Higher-Order Thinking Skills
The primary definition of higher-order thinking used to focus the Make an Impact @ SFA project comes from Thomas and Thorne (2008). Higher Order Thinking, or HOT for short, takes thinking to higher levels than just restating the facts. HOT requires that we do something with the facts. We must understand them, connect them to each other, categorize them, manipulate them, put them together in new or novel ways, and apply them as we seek new solutions to new problems (p.1).
King, F.J., Goodson, L., & Rohani, F. (1998) Higher order thinking skills: Definitions, strategies, assessment. Retrieved from: http://www.cala.fsu.edu/files/higher_order_thinking_skills.pdf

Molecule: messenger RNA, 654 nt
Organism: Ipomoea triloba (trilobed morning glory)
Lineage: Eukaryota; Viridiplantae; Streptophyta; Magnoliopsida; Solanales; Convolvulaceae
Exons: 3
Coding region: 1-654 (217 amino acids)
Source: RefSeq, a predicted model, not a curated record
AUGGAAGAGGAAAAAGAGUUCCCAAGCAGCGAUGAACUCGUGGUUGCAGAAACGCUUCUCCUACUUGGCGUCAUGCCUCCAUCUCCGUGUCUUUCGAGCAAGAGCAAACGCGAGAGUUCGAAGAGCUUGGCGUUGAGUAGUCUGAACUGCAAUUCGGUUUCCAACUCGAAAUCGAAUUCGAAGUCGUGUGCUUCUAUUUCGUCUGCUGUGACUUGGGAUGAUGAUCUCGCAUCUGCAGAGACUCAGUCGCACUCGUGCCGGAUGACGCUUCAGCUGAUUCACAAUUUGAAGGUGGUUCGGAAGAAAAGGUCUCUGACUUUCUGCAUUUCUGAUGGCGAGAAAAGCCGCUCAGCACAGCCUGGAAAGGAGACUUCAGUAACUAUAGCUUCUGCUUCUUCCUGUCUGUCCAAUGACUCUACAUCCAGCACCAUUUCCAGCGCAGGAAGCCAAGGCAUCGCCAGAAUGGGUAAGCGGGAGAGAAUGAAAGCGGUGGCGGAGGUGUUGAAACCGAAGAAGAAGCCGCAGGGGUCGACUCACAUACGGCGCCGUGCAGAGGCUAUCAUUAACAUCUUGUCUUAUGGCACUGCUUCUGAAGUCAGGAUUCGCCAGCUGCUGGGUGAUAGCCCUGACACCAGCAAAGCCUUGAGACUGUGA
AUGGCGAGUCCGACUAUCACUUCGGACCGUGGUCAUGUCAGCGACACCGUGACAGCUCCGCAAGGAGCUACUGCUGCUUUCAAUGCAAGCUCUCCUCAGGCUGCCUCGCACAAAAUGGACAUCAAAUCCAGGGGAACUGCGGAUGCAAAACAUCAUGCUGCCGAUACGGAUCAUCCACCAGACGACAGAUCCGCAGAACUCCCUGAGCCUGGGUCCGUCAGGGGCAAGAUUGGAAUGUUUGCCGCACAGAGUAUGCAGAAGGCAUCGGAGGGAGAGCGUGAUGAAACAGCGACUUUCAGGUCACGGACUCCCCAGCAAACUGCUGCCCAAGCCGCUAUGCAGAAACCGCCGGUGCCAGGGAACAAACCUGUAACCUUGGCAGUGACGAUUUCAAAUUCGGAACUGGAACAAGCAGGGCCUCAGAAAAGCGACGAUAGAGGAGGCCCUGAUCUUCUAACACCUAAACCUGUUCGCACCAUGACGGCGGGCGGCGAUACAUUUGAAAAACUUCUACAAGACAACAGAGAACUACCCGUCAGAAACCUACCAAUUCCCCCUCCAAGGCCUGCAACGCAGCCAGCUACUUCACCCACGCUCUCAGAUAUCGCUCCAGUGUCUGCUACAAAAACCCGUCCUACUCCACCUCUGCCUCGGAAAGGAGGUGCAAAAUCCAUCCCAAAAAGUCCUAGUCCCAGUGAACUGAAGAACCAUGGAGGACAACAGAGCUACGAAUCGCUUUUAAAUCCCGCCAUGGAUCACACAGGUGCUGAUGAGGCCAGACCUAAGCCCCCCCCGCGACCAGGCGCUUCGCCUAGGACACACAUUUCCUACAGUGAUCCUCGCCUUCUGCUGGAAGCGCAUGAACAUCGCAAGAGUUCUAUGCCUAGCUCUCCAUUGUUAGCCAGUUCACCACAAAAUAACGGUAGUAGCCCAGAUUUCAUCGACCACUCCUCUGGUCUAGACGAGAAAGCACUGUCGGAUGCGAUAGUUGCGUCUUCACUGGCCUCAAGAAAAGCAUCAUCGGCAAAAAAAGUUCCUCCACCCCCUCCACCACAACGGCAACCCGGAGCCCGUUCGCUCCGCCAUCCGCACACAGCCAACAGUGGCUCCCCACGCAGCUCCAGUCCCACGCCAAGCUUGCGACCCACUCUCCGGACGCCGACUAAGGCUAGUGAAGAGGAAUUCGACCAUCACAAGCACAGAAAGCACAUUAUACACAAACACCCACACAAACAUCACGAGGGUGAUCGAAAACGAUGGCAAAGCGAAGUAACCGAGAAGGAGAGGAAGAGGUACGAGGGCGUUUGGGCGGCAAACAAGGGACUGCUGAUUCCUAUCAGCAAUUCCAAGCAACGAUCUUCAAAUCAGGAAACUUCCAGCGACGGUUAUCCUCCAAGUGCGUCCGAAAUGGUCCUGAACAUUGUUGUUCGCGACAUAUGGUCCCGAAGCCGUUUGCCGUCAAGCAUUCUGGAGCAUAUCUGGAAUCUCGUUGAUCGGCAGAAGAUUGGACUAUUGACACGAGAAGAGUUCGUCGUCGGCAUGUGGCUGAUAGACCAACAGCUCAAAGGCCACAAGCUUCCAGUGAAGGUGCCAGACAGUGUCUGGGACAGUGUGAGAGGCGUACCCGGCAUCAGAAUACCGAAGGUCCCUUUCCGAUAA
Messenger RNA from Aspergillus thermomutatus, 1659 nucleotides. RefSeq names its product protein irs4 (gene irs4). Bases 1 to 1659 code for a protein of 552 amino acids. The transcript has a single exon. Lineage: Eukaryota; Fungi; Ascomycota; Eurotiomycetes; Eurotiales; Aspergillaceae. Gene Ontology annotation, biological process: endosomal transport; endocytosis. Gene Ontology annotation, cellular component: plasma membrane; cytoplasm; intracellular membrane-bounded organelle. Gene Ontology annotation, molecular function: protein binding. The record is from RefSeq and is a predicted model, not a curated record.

Bloom's Taxonomy Connections:
These skills are commonly defined based on Bloom's Taxonomy, which examines and categorizes different levels of thinking; HOTS being placed amongst the higher levels. The levels of thinking for Bloom's Taxonomy starting from lowest to highest are knowledge, comprehension, application, analysis, synthesis, and evaluation. When doing work that requires use of a higher level of thinking such as evaluation, then you are using higher order thinking skills. Thus, level of understanding must be higher in order to complete this type of work.